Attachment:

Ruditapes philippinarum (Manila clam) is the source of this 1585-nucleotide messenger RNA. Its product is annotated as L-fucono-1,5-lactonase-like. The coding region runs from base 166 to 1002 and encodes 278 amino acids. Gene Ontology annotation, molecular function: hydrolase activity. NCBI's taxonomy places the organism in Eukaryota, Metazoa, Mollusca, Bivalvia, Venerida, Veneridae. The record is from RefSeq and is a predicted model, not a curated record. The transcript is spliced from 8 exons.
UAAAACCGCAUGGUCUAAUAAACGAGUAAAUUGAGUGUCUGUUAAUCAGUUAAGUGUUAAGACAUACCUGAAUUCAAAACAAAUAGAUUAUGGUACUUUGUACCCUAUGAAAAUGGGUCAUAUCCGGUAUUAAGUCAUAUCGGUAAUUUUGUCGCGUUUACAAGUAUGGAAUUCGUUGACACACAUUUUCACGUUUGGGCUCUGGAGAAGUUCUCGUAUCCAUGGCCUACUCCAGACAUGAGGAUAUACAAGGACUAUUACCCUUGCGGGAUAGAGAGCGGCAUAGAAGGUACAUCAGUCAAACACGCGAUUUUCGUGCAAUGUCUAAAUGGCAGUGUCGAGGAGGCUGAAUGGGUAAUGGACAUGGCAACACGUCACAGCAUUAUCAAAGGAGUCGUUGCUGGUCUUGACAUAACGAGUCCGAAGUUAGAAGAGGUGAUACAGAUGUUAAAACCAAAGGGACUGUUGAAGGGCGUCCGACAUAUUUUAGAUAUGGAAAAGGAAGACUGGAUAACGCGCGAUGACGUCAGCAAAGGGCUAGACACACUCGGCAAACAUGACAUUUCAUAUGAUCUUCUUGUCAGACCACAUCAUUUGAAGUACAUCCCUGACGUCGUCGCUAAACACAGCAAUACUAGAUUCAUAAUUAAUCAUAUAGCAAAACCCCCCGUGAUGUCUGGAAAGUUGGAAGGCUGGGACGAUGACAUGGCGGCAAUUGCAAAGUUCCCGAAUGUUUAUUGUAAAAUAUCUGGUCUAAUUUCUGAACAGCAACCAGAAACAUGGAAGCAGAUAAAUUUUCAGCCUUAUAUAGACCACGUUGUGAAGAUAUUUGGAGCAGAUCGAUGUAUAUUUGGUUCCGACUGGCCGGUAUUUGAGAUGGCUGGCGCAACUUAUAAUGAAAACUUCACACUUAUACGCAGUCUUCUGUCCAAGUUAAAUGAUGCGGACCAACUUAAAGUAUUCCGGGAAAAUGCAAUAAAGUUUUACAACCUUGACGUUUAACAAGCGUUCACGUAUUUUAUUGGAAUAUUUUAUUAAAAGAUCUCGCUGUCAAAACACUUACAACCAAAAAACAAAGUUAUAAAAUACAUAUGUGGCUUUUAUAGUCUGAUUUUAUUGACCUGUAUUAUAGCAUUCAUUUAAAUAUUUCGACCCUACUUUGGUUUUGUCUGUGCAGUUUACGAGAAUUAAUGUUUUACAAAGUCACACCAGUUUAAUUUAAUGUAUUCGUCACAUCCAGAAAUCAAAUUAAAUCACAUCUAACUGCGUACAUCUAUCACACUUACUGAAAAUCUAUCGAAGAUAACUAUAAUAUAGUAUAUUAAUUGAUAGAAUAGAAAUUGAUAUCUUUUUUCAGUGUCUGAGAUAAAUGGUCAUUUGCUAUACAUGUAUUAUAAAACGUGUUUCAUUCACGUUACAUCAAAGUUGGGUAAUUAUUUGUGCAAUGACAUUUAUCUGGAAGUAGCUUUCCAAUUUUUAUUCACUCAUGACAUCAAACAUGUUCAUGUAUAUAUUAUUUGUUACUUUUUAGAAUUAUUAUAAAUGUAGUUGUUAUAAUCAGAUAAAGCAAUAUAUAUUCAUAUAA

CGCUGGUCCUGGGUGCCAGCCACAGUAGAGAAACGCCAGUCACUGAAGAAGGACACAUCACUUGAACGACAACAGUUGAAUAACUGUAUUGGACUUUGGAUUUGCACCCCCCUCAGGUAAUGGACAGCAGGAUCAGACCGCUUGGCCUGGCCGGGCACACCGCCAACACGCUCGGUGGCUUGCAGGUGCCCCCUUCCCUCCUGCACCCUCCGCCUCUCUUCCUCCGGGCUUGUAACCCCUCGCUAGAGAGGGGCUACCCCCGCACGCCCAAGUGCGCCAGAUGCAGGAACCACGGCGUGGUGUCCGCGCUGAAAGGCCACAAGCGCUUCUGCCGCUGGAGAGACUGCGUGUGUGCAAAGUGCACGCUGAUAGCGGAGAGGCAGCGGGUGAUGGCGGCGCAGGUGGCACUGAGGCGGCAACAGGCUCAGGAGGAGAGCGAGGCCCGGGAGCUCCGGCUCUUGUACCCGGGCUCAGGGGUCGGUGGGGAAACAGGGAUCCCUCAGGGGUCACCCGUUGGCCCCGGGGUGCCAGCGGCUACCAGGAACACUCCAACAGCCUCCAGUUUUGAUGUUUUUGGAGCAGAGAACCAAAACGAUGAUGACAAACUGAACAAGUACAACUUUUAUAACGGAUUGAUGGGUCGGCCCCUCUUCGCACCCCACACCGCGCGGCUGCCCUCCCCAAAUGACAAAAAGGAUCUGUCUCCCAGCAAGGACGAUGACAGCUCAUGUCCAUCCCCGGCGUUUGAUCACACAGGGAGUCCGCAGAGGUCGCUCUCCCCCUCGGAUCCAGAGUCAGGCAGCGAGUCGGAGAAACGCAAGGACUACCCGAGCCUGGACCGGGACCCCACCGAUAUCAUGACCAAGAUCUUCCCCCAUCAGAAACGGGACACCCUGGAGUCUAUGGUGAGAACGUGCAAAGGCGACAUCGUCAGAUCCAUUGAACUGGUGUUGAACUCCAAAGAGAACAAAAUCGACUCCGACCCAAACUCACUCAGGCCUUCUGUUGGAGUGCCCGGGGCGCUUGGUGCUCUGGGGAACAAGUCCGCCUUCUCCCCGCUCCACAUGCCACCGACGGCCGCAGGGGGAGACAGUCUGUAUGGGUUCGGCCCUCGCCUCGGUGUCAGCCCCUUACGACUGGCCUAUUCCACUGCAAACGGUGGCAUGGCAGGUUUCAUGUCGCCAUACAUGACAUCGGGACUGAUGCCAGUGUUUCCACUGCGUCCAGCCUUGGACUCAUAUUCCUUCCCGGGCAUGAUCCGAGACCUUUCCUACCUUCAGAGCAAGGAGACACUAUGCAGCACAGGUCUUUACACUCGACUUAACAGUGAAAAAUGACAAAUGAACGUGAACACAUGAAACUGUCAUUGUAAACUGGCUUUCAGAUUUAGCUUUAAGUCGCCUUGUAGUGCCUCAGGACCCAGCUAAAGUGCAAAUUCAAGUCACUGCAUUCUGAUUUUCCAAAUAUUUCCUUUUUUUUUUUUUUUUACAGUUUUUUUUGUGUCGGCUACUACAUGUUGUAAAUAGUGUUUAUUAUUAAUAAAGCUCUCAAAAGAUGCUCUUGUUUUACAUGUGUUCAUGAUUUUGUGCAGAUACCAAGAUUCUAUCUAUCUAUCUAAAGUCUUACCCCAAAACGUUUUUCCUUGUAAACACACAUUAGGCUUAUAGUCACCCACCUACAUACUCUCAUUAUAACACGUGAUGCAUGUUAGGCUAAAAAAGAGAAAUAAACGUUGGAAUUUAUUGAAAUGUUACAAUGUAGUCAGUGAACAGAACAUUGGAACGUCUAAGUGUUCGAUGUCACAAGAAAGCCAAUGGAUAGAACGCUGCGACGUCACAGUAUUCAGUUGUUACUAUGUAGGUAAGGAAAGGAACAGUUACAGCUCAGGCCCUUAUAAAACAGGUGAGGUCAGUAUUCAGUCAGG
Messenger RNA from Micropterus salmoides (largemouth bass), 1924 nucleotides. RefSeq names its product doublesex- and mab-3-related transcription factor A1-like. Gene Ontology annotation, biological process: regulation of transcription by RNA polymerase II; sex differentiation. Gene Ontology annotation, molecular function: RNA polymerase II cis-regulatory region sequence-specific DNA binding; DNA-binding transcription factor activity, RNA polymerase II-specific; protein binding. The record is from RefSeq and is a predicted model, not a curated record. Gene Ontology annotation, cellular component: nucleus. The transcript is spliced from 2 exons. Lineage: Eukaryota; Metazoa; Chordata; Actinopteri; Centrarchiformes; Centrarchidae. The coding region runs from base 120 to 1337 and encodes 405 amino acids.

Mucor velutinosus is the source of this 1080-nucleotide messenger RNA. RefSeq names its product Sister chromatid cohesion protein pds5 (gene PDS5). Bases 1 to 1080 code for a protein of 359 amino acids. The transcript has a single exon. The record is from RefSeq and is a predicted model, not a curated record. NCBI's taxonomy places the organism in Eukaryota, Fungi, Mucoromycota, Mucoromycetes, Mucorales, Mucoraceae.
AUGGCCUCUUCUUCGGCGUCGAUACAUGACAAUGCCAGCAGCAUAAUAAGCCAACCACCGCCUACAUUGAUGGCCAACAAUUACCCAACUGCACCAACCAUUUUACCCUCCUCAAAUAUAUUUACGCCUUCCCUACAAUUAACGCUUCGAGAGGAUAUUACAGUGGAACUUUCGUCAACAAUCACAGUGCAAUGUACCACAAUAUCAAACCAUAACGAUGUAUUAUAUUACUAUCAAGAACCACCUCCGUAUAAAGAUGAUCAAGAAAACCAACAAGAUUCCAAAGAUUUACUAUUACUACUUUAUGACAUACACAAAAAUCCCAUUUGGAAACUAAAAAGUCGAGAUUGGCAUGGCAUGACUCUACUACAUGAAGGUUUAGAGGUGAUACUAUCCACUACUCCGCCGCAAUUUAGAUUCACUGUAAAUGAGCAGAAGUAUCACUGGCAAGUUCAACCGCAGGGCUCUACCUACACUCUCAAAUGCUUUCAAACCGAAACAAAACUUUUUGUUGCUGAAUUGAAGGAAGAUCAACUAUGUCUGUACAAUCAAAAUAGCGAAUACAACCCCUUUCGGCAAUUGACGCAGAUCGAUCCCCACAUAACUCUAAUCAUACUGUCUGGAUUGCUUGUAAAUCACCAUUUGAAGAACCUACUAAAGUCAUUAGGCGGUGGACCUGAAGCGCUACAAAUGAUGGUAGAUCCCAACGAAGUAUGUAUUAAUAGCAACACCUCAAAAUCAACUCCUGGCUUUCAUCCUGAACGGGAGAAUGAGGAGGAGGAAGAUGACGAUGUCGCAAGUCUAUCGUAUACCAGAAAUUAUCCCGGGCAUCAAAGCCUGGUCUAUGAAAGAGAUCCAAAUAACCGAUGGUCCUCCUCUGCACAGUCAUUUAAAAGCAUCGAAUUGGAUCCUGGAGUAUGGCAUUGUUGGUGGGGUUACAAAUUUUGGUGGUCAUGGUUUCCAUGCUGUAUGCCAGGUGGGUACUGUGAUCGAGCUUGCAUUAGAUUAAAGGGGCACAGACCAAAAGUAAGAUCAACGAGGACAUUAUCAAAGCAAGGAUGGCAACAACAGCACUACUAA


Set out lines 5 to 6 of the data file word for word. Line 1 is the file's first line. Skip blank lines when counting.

Mucor velutinosus is the source of this 1080-nucleotide messenger RNA. RefSeq names its product Sister chromatid cohesion protein pds5 (gene PDS5). Bases 1 to 1080 code for a protein of 359 amino acids. The transcript has a single exon. The record is from RefSeq and is a predicted model, not a curated record. NCBI's taxonomy places the organism in Eukaryota, Fungi, Mucoromycota, Mucoromycetes, Mucorales, Mucoraceae.
AUGGCCUCUUCUUCGGCGUCGAUACAUGACAAUGCCAGCAGCAUAAUAAGCCAACCACCGCCUACAUUGAUGGCCAACAAUUACCCAACUGCACCAACCAUUUUACCCUCCUCAAAUAUAUUUACGCCUUCCCUACAAUUAACGCUUCGAGAGGAUAUUACAGUGGAACUUUCGUCAACAAUCACAGUGCAAUGUACCACAAUAUCAAACCAUAACGAUGUAUUAUAUUACUAUCAAGAACCACCUCCGUAUAAAGAUGAUCAAGAAAACCAACAAGAUUCCAAAGAUUUACUAUUACUACUUUAUGACAUACACAAAAAUCCCAUUUGGAAACUAAAAAGUCGAGAUUGGCAUGGCAUGACUCUACUACAUGAAGGUUUAGAGGUGAUACUAUCCACUACUCCGCCGCAAUUUAGAUUCACUGUAAAUGAGCAGAAGUAUCACUGGCAAGUUCAACCGCAGGGCUCUACCUACACUCUCAAAUGCUUUCAAACCGAAACAAAACUUUUUGUUGCUGAAUUGAAGGAAGAUCAACUAUGUCUGUACAAUCAAAAUAGCGAAUACAACCCCUUUCGGCAAUUGACGCAGAUCGAUCCCCACAUAACUCUAAUCAUACUGUCUGGAUUGCUUGUAAAUCACCAUUUGAAGAACCUACUAAAGUCAUUAGGCGGUGGACCUGAAGCGCUACAAAUGAUGGUAGAUCCCAACGAAGUAUGUAUUAAUAGCAACACCUCAAAAUCAACUCCUGGCUUUCAUCCUGAACGGGAGAAUGAGGAGGAGGAAGAUGACGAUGUCGCAAGUCUAUCGUAUACCAGAAAUUAUCCCGGGCAUCAAAGCCUGGUCUAUGAAAGAGAUCCAAAUAACCGAUGGUCCUCCUCUGCACAGUCAUUUAAAAGCAUCGAAUUGGAUCCUGGAGUAUGGCAUUGUUGGUGGGGUUACAAAUUUUGGUGGUCAUGGUUUCCAUGCUGUAUGCCAGGUGGGUACUGUGAUCGAGCUUGCAUUAGAUUAAAGGGGCACAGACCAAAAGUAAGAUCAACGAGGACAUUAUCAAAGCAAGGAUGGCAACAACAGCACUACUAA